Reducing Pete Buttigieg’s struggle to attract black support solely to black homophobia is not only erroneous, it is a disgusting, racist trope, secretly nursed and insidiously whispered by white liberals with contempt for the very black people they court and need.
I have never been blind to this — the people who see black religiosity as an indicator of primitive thinking and lack of enlightenment.
(For the record, I am bisexual and not a religious man.)
They are those who see black people as a blight on our big cities, pathologically prone to violence and in need of pity and crumbs they cast about and call philanthropy.
They see these black voters as needing to be led, directed and better informed rather than as sophisticated voters fully capable of making informed decisions that they believe are best for their lives and communities.
These people blame black voters when their candidate or their cause fails, even though black voters are the most consistently loyal Democrats in this country.
It is tiresome and disappointing to constantly have to defend yourself not only from people who are openly hostile to you, but also from those who feign friendship but are secretly hostile to you.
It is in the tribal nature of gay culture that white men still center their white maleness as privileged, if one step removed from that enjoyed by their heterosexual brothers, where racial minorities are too often fetishized and thing-ified, seen more as an opportunity than an equal.
The latest round of blaming black homophobia for Buttigieg’s lackluster black support came last month when McClatchy obtained the report from a focus group the Buttigieg campaign had conducted with black voters.
According to McClatchy, the report found that “being gay was a barrier for these voters, particularly for the men who seemed deeply uncomfortable even discussing it. … [T]heir preference is for his sexuality to not be front and center.”
First thing to note here is the size of the group: only 24 people.
The second thing is that focus groups aren’t scientific surveys. As Liza Featherstone, author of “Divining Desire: Focus Groups and the Culture of Consultation,” has put it, “Focus groups are not a scientific and quantitative method of gathering knowledge.”
But none of that mattered. This fed a narrative that liberals — including some older black politicians and pundits — have nursed. A raft of articles was published. Social media posts started to fly.
South Carolina Congressman Jim Clyburn was asked about the focus group on CNN, and he fed into the narrative, saying: “That is a generational issue. I know of a lot of people my age who feel that way.”
The anchor asked if Clyburn was saying that for older African Americans Buttigieg’s gayness was an issue, and he responded: “Yes, it is. There’s no question about that. I’m not going to sit here and tell you otherwise because I think everybody knows that’s an issue.”
Is there homophobia in the black community? Of course. Is it higher in the black community than in other communities? It is. But even that needs context.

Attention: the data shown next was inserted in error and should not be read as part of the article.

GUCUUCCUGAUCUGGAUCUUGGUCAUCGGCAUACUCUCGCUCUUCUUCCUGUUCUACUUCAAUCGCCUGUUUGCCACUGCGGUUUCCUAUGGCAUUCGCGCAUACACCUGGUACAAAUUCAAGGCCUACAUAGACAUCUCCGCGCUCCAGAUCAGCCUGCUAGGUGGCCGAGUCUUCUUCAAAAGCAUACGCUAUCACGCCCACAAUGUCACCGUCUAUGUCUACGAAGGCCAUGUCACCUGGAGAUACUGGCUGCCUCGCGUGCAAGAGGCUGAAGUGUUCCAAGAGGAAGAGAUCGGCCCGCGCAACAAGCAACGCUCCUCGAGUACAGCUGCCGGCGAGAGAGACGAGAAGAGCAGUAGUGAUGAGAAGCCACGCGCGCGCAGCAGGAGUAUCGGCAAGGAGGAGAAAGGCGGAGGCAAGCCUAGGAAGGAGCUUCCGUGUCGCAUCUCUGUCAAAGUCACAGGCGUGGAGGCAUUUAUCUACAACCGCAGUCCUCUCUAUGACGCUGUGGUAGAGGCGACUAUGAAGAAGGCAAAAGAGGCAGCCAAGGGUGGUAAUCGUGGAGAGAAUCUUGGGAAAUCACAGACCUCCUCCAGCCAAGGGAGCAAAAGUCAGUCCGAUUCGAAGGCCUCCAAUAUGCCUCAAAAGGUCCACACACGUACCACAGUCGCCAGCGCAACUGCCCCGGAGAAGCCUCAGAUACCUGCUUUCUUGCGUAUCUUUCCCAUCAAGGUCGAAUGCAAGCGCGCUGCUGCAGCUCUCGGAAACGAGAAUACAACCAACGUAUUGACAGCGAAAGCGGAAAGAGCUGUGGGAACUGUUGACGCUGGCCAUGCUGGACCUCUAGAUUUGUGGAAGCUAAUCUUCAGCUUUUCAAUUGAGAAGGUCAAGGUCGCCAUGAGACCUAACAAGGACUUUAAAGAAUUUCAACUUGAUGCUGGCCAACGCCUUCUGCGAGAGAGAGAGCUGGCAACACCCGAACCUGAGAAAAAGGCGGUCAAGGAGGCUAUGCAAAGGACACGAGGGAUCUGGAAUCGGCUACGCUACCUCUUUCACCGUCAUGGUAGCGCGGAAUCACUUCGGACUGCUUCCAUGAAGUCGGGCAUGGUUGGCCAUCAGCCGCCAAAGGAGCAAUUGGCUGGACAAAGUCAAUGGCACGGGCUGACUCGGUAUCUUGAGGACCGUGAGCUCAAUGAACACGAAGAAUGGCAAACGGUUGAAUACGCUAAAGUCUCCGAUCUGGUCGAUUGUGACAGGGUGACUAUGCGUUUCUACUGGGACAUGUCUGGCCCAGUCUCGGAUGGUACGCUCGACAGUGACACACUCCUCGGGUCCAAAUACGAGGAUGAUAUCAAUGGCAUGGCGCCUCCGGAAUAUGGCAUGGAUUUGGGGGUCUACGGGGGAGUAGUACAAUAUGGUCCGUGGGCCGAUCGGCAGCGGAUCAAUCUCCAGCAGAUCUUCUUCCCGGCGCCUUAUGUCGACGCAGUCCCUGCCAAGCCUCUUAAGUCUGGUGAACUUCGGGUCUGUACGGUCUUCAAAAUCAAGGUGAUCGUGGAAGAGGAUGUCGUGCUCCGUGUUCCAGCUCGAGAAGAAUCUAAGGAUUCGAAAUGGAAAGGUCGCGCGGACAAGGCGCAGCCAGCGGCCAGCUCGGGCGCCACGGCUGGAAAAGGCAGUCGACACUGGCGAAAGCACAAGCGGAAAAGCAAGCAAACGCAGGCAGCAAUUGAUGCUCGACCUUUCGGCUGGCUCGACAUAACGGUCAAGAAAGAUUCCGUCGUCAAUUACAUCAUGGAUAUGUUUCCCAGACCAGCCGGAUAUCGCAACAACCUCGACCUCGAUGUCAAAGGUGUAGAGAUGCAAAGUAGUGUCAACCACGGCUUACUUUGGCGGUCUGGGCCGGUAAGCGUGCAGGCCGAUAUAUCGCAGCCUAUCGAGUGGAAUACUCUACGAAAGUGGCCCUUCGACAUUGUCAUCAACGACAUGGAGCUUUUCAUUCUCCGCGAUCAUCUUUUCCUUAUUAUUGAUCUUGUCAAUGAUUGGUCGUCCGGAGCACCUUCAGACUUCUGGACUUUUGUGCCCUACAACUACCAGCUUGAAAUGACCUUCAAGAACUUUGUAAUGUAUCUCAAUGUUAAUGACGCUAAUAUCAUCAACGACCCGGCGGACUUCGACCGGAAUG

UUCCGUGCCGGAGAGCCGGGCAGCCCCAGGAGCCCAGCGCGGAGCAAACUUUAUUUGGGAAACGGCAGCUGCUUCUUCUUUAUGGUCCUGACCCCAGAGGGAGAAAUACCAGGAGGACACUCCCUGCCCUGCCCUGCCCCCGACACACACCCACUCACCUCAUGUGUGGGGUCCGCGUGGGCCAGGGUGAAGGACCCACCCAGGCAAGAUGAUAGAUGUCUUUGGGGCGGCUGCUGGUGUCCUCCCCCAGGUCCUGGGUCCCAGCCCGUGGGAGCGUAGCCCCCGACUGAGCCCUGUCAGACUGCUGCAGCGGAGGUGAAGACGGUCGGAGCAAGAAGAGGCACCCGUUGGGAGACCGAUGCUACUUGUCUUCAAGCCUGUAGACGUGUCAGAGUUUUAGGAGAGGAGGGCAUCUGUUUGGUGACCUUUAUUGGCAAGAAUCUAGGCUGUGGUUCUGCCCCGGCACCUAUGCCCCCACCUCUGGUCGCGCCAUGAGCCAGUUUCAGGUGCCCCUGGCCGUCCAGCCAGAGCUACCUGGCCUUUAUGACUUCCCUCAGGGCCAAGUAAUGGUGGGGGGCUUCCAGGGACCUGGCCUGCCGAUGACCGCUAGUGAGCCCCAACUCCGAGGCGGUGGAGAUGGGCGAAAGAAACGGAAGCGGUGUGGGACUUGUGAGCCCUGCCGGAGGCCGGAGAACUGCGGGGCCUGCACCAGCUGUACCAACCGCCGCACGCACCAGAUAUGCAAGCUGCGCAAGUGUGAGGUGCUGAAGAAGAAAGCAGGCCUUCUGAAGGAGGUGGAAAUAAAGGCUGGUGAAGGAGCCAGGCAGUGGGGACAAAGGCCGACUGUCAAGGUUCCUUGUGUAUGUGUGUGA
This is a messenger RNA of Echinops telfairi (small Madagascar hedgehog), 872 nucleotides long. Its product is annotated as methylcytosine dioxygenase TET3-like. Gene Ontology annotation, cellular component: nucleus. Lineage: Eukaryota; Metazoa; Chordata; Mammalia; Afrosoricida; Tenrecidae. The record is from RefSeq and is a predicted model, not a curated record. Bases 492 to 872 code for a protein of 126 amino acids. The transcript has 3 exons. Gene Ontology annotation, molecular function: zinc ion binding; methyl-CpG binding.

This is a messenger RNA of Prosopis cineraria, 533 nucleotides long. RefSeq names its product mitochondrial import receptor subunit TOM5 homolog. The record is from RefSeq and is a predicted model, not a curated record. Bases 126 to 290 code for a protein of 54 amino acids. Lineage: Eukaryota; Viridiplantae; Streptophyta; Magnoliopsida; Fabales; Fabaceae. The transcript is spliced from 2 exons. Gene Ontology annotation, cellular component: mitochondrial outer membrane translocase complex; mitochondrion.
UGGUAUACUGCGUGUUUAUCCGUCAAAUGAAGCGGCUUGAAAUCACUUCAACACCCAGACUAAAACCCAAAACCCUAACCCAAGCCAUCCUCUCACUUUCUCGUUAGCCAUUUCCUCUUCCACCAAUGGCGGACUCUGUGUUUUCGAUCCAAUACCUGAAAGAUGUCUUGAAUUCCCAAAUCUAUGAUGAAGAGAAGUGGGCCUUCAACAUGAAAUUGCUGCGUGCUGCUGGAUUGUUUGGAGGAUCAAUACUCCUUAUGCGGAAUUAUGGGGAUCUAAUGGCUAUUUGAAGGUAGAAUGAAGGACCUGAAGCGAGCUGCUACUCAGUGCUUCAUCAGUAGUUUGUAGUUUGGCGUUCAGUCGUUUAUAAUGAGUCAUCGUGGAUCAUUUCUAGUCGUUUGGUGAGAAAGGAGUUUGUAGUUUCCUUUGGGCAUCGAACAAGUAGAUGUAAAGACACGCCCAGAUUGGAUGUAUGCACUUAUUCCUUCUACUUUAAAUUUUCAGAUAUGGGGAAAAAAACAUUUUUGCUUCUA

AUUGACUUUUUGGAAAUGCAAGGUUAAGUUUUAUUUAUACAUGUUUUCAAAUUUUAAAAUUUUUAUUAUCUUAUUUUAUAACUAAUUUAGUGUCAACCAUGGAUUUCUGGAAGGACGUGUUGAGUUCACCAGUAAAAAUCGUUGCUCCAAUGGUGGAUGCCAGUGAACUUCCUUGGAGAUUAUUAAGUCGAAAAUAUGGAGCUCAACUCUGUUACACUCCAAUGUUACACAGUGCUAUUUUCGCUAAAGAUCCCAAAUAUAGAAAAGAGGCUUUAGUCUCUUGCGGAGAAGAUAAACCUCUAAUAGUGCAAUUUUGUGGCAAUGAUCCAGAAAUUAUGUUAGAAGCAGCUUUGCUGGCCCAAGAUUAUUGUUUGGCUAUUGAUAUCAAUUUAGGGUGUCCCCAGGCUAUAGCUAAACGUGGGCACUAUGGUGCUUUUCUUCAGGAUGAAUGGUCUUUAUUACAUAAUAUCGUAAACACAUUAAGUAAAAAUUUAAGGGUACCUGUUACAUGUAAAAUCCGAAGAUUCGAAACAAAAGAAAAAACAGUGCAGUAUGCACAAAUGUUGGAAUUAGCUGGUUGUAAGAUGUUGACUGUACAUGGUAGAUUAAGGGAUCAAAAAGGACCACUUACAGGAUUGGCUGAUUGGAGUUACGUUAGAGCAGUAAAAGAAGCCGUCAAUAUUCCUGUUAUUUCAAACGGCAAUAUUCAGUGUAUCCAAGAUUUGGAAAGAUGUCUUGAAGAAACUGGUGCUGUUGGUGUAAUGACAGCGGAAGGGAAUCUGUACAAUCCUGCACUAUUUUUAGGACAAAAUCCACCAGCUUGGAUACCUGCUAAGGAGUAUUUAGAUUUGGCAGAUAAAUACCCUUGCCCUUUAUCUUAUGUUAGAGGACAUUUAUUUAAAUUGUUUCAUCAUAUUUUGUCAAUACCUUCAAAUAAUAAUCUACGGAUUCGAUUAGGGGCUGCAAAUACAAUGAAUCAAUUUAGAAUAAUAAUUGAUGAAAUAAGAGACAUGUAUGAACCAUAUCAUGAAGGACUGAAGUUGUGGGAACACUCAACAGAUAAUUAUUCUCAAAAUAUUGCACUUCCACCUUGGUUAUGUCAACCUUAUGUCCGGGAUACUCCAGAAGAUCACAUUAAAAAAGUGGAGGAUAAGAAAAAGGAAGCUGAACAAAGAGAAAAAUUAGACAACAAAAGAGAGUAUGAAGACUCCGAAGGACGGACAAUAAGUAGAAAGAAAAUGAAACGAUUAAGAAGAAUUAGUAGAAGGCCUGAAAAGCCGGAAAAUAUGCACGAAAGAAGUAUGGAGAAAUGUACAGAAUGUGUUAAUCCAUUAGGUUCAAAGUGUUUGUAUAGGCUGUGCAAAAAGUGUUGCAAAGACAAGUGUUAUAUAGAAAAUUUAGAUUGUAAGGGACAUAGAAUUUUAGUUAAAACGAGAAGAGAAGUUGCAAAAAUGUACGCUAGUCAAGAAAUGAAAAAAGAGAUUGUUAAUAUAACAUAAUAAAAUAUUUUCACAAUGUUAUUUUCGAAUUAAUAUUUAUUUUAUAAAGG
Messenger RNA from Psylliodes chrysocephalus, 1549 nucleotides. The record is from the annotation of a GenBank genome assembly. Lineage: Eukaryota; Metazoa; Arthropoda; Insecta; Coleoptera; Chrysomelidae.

Acceptance and rejection of gayness is highly correlated to religiosity. Black people in general are more religious than other racial groups. But, while black Protestants are more opposed to same-sex marriage than white Mainline Protestants (more moderate), they are more supportive of it than white evangelical Protestants (more conservative), according to a May Pew Research Center report.
Furthermore, it found that a majority of black people (51%) now approve of same-sex marriage, just 7 percentage points fewer than Hispanics and 11 fewer than whites. That spread isn’t inconsequential, but it’s also not an overwhelming difference.
But the most important question, it seems to me, is whether feelings about gayness dictate political actions.
A 2007 study by researchers from the City University of New York found that “though Black [Americans] provided more harsh lip service (attitude) to homosexuality, when it comes to discrimination (behavior), they are much more supportive.”
Black people have a long history with discrimination in this country that can make it distasteful for many to abide in any form.
In addition, whatever level of homophobia may exist in the black community, African Americans consistently vote for Democratic candidates with progressive views on gay rights. These Democratic presidential candidates haven’t won a majority of the white vote in modern history, but time and again they get a clear majority of the black vote.
Buttigieg isn’t the only candidate struggling to strengthen his support among black voters. He will have to appeal to that group like he appeals to any other, by listening and being responsive. And he’s already doing that.
A June Post and Courier-Change Research poll of likely Democratic primary voters found: “Most notable is Buttigieg’s growing support from black voters. He collected 6% African American support, good enough for fourth this month, after he received none in May.”
Black voters generally favor candidates with a demonstrated history of loyalty to the community. Buttigieg is a young man, relatively unknown, and with a curious history on race relations in South Bend, Indiana. He will have to get over those hurdles.
Pretending those hurdles don’t exist, and instead assigning the blame to black homophobia, hurts Buttigieg’s campaign more than helps it.
And the people who are so committed to the black homophobia narrative must search themselves for the answer to this question: Why do you want — need! — this trope to stay alive?
Charles M. Blow (@CharlesMBlow) writes for The New York Times.